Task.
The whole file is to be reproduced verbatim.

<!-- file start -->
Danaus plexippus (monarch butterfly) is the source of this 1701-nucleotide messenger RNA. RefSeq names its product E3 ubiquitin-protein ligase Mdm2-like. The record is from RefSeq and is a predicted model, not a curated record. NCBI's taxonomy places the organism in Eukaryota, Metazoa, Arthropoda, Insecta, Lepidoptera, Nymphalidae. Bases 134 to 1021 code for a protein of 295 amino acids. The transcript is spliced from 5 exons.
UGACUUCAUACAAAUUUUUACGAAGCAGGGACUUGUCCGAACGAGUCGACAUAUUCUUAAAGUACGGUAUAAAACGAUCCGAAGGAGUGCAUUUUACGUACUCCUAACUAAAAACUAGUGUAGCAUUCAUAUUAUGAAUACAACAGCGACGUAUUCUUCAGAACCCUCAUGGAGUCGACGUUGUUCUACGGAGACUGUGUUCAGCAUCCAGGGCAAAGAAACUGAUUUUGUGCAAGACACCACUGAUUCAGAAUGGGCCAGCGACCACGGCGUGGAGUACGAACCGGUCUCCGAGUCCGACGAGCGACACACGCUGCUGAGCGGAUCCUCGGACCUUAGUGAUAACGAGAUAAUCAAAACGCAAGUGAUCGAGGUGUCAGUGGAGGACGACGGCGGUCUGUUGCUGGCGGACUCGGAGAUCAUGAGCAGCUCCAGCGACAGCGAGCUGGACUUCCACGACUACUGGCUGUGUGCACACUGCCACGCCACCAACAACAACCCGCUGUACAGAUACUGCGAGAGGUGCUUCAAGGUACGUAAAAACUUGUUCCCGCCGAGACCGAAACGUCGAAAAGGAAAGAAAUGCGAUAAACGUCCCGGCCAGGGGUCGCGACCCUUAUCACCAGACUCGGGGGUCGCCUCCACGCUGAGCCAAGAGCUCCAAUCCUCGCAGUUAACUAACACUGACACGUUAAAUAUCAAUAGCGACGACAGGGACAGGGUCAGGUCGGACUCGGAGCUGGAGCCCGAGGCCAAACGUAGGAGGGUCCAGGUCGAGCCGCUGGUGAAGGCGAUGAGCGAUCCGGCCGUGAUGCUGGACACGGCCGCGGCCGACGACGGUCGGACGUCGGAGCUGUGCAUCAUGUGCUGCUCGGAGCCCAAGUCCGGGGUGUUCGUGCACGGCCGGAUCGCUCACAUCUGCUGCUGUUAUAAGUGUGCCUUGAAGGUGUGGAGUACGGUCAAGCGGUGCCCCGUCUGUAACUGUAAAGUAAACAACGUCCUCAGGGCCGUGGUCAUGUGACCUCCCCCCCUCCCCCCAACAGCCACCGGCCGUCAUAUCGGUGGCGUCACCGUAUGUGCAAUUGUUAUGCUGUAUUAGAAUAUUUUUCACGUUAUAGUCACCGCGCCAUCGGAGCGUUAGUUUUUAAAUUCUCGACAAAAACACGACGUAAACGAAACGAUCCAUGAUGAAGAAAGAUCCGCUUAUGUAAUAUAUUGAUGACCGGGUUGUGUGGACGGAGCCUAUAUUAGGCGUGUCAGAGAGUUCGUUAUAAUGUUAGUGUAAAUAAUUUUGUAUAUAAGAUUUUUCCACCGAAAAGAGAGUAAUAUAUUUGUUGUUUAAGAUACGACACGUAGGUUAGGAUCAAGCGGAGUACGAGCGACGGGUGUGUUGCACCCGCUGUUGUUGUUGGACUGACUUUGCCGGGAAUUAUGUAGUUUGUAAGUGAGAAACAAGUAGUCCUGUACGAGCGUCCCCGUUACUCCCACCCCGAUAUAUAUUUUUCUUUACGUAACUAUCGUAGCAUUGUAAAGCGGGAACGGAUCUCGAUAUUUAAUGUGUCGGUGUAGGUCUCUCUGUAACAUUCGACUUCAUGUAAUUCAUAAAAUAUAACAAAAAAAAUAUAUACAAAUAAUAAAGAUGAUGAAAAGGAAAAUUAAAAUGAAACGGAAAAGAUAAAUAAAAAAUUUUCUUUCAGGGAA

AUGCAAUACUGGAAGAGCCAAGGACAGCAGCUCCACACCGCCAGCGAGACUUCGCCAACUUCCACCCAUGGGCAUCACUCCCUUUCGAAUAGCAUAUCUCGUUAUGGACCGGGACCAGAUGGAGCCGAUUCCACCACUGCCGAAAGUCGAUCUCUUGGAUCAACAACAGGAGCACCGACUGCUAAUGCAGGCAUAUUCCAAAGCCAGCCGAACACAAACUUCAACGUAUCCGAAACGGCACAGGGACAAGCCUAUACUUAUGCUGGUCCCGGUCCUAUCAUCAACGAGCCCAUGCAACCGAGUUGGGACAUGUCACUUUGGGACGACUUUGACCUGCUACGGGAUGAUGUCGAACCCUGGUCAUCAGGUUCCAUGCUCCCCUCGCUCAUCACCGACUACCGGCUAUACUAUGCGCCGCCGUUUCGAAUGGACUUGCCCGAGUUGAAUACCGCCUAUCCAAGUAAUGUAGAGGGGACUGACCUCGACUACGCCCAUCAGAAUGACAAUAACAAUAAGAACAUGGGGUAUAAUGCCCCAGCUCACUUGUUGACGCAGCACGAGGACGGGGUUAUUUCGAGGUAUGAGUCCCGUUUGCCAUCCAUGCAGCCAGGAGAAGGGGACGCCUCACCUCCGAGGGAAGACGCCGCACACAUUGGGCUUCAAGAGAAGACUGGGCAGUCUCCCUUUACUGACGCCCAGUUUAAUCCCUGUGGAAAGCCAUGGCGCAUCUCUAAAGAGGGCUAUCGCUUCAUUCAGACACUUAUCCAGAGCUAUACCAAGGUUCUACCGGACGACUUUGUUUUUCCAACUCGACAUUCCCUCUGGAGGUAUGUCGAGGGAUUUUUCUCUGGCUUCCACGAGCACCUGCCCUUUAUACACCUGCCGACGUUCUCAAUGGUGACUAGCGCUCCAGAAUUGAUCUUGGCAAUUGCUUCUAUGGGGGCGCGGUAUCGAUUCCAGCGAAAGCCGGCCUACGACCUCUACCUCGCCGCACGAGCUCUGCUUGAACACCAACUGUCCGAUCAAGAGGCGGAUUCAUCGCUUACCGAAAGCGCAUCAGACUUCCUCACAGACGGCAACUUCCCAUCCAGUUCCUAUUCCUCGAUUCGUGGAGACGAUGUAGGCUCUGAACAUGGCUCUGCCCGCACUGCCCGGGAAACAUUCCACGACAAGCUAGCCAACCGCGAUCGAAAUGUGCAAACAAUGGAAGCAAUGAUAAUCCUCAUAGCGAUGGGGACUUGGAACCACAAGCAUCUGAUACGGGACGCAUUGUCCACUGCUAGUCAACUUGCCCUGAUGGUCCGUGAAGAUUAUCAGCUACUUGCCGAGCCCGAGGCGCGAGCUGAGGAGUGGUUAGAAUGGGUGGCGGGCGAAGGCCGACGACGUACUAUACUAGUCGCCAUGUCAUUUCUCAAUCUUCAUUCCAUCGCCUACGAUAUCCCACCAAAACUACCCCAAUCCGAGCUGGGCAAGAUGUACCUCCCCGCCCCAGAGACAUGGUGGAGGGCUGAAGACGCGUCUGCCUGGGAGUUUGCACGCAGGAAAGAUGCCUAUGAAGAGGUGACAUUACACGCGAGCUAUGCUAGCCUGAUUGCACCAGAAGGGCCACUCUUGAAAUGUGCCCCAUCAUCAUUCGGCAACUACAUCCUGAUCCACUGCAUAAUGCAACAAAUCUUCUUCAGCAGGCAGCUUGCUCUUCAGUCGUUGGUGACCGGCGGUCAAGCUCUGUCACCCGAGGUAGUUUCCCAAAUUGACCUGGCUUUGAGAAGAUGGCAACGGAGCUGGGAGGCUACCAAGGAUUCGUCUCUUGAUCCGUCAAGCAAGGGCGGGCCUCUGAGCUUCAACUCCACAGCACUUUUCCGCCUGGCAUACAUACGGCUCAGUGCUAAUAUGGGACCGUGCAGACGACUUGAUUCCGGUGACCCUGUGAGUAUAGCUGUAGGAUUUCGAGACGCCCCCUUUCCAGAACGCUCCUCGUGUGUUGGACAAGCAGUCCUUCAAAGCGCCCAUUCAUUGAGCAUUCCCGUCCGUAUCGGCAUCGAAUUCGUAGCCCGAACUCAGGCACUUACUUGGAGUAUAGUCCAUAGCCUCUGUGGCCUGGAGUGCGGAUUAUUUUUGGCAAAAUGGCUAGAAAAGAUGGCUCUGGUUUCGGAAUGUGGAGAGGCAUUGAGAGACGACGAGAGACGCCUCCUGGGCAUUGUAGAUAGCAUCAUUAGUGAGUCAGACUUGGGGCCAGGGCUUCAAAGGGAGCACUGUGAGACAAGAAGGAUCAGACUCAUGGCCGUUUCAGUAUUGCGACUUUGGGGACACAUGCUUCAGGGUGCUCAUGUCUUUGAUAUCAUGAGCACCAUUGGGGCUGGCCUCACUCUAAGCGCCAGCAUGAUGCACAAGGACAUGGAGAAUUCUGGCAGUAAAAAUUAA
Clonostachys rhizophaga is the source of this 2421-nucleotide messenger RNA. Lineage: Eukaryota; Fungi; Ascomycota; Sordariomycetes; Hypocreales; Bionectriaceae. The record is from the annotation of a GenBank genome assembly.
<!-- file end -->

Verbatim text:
Danaus plexippus (monarch butterfly) is the source of this 1701-nucleotide messenger RNA. RefSeq names its product E3 ubiquitin-protein ligase Mdm2-like. The record is from RefSeq and is a predicted model, not a curated record. NCBI's taxonomy places the organism in Eukaryota, Metazoa, Arthropoda, Insecta, Lepidoptera, Nymphalidae. Bases 134 to 1021 code for a protein of 295 amino acids. The transcript is spliced from 5 exons.
UGACUUCAUACAAAUUUUUACGAAGCAGGGACUUGUCCGAACGAGUCGACAUAUUCUUAAAGUACGGUAUAAAACGAUCCGAAGGAGUGCAUUUUACGUACUCCUAACUAAAAACUAGUGUAGCAUUCAUAUUAUGAAUACAACAGCGACGUAUUCUUCAGAACCCUCAUGGAGUCGACGUUGUUCUACGGAGACUGUGUUCAGCAUCCAGGGCAAAGAAACUGAUUUUGUGCAAGACACCACUGAUUCAGAAUGGGCCAGCGACCACGGCGUGGAGUACGAACCGGUCUCCGAGUCCGACGAGCGACACACGCUGCUGAGCGGAUCCUCGGACCUUAGUGAUAACGAGAUAAUCAAAACGCAAGUGAUCGAGGUGUCAGUGGAGGACGACGGCGGUCUGUUGCUGGCGGACUCGGAGAUCAUGAGCAGCUCCAGCGACAGCGAGCUGGACUUCCACGACUACUGGCUGUGUGCACACUGCCACGCCACCAACAACAACCCGCUGUACAGAUACUGCGAGAGGUGCUUCAAGGUACGUAAAAACUUGUUCCCGCCGAGACCGAAACGUCGAAAAGGAAAGAAAUGCGAUAAACGUCCCGGCCAGGGGUCGCGACCCUUAUCACCAGACUCGGGGGUCGCCUCCACGCUGAGCCAAGAGCUCCAAUCCUCGCAGUUAACUAACACUGACACGUUAAAUAUCAAUAGCGACGACAGGGACAGGGUCAGGUCGGACUCGGAGCUGGAGCCCGAGGCCAAACGUAGGAGGGUCCAGGUCGAGCCGCUGGUGAAGGCGAUGAGCGAUCCGGCCGUGAUGCUGGACACGGCCGCGGCCGACGACGGUCGGACGUCGGAGCUGUGCAUCAUGUGCUGCUCGGAGCCCAAGUCCGGGGUGUUCGUGCACGGCCGGAUCGCUCACAUCUGCUGCUGUUAUAAGUGUGCCUUGAAGGUGUGGAGUACGGUCAAGCGGUGCCCCGUCUGUAACUGUAAAGUAAACAACGUCCUCAGGGCCGUGGUCAUGUGACCUCCCCCCCUCCCCCCAACAGCCACCGGCCGUCAUAUCGGUGGCGUCACCGUAUGUGCAAUUGUUAUGCUGUAUUAGAAUAUUUUUCACGUUAUAGUCACCGCGCCAUCGGAGCGUUAGUUUUUAAAUUCUCGACAAAAACACGACGUAAACGAAACGAUCCAUGAUGAAGAAAGAUCCGCUUAUGUAAUAUAUUGAUGACCGGGUUGUGUGGACGGAGCCUAUAUUAGGCGUGUCAGAGAGUUCGUUAUAAUGUUAGUGUAAAUAAUUUUGUAUAUAAGAUUUUUCCACCGAAAAGAGAGUAAUAUAUUUGUUGUUUAAGAUACGACACGUAGGUUAGGAUCAAGCGGAGUACGAGCGACGGGUGUGUUGCACCCGCUGUUGUUGUUGGACUGACUUUGCCGGGAAUUAUGUAGUUUGUAAGUGAGAAACAAGUAGUCCUGUACGAGCGUCCCCGUUACUCCCACCCCGAUAUAUAUUUUUCUUUACGUAACUAUCGUAGCAUUGUAAAGCGGGAACGGAUCUCGAUAUUUAAUGUGUCGGUGUAGGUCUCUCUGUAACAUUCGACUUCAUGUAAUUCAUAAAAUAUAACAAAAAAAAUAUAUACAAAUAAUAAAGAUGAUGAAAAGGAAAAUUAAAAUGAAACGGAAAAGAUAAAUAAAAAAUUUUCUUUCAGGGAA

AUGCAAUACUGGAAGAGCCAAGGACAGCAGCUCCACACCGCCAGCGAGACUUCGCCAACUUCCACCCAUGGGCAUCACUCCCUUUCGAAUAGCAUAUCUCGUUAUGGACCGGGACCAGAUGGAGCCGAUUCCACCACUGCCGAAAGUCGAUCUCUUGGAUCAACAACAGGAGCACCGACUGCUAAUGCAGGCAUAUUCCAAAGCCAGCCGAACACAAACUUCAACGUAUCCGAAACGGCACAGGGACAAGCCUAUACUUAUGCUGGUCCCGGUCCUAUCAUCAACGAGCCCAUGCAACCGAGUUGGGACAUGUCACUUUGGGACGACUUUGACCUGCUACGGGAUGAUGUCGAACCCUGGUCAUCAGGUUCCAUGCUCCCCUCGCUCAUCACCGACUACCGGCUAUACUAUGCGCCGCCGUUUCGAAUGGACUUGCCCGAGUUGAAUACCGCCUAUCCAAGUAAUGUAGAGGGGACUGACCUCGACUACGCCCAUCAGAAUGACAAUAACAAUAAGAACAUGGGGUAUAAUGCCCCAGCUCACUUGUUGACGCAGCACGAGGACGGGGUUAUUUCGAGGUAUGAGUCCCGUUUGCCAUCCAUGCAGCCAGGAGAAGGGGACGCCUCACCUCCGAGGGAAGACGCCGCACACAUUGGGCUUCAAGAGAAGACUGGGCAGUCUCCCUUUACUGACGCCCAGUUUAAUCCCUGUGGAAAGCCAUGGCGCAUCUCUAAAGAGGGCUAUCGCUUCAUUCAGACACUUAUCCAGAGCUAUACCAAGGUUCUACCGGACGACUUUGUUUUUCCAACUCGACAUUCCCUCUGGAGGUAUGUCGAGGGAUUUUUCUCUGGCUUCCACGAGCACCUGCCCUUUAUACACCUGCCGACGUUCUCAAUGGUGACUAGCGCUCCAGAAUUGAUCUUGGCAAUUGCUUCUAUGGGGGCGCGGUAUCGAUUCCAGCGAAAGCCGGCCUACGACCUCUACCUCGCCGCACGAGCUCUGCUUGAACACCAACUGUCCGAUCAAGAGGCGGAUUCAUCGCUUACCGAAAGCGCAUCAGACUUCCUCACAGACGGCAACUUCCCAUCCAGUUCCUAUUCCUCGAUUCGUGGAGACGAUGUAGGCUCUGAACAUGGCUCUGCCCGCACUGCCCGGGAAACAUUCCACGACAAGCUAGCCAACCGCGAUCGAAAUGUGCAAACAAUGGAAGCAAUGAUAAUCCUCAUAGCGAUGGGGACUUGGAACCACAAGCAUCUGAUACGGGACGCAUUGUCCACUGCUAGUCAACUUGCCCUGAUGGUCCGUGAAGAUUAUCAGCUACUUGCCGAGCCCGAGGCGCGAGCUGAGGAGUGGUUAGAAUGGGUGGCGGGCGAAGGCCGACGACGUACUAUACUAGUCGCCAUGUCAUUUCUCAAUCUUCAUUCCAUCGCCUACGAUAUCCCACCAAAACUACCCCAAUCCGAGCUGGGCAAGAUGUACCUCCCCGCCCCAGAGACAUGGUGGAGGGCUGAAGACGCGUCUGCCUGGGAGUUUGCACGCAGGAAAGAUGCCUAUGAAGAGGUGACAUUACACGCGAGCUAUGCUAGCCUGAUUGCACCAGAAGGGCCACUCUUGAAAUGUGCCCCAUCAUCAUUCGGCAACUACAUCCUGAUCCACUGCAUAAUGCAACAAAUCUUCUUCAGCAGGCAGCUUGCUCUUCAGUCGUUGGUGACCGGCGGUCAAGCUCUGUCACCCGAGGUAGUUUCCCAAAUUGACCUGGCUUUGAGAAGAUGGCAACGGAGCUGGGAGGCUACCAAGGAUUCGUCUCUUGAUCCGUCAAGCAAGGGCGGGCCUCUGAGCUUCAACUCCACAGCACUUUUCCGCCUGGCAUACAUACGGCUCAGUGCUAAUAUGGGACCGUGCAGACGACUUGAUUCCGGUGACCCUGUGAGUAUAGCUGUAGGAUUUCGAGACGCCCCCUUUCCAGAACGCUCCUCGUGUGUUGGACAAGCAGUCCUUCAAAGCGCCCAUUCAUUGAGCAUUCCCGUCCGUAUCGGCAUCGAAUUCGUAGCCCGAACUCAGGCACUUACUUGGAGUAUAGUCCAUAGCCUCUGUGGCCUGGAGUGCGGAUUAUUUUUGGCAAAAUGGCUAGAAAAGAUGGCUCUGGUUUCGGAAUGUGGAGAGGCAUUGAGAGACGACGAGAGACGCCUCCUGGGCAUUGUAGAUAGCAUCAUUAGUGAGUCAGACUUGGGGCCAGGGCUUCAAAGGGAGCACUGUGAGACAAGAAGGAUCAGACUCAUGGCCGUUUCAGUAUUGCGACUUUGGGGACACAUGCUUCAGGGUGCUCAUGUCUUUGAUAUCAUGAGCACCAUUGGGGCUGGCCUCACUCUAAGCGCCAGCAUGAUGCACAAGGACAUGGAGAAUUCUGGCAGUAAAAAUUAA
Clonostachys rhizophaga is the source of this 2421-nucleotide messenger RNA. Lineage: Eukaryota; Fungi; Ascomycota; Sordariomycetes; Hypocreales; Bionectriaceae. The record is from the annotation of a GenBank genome assembly.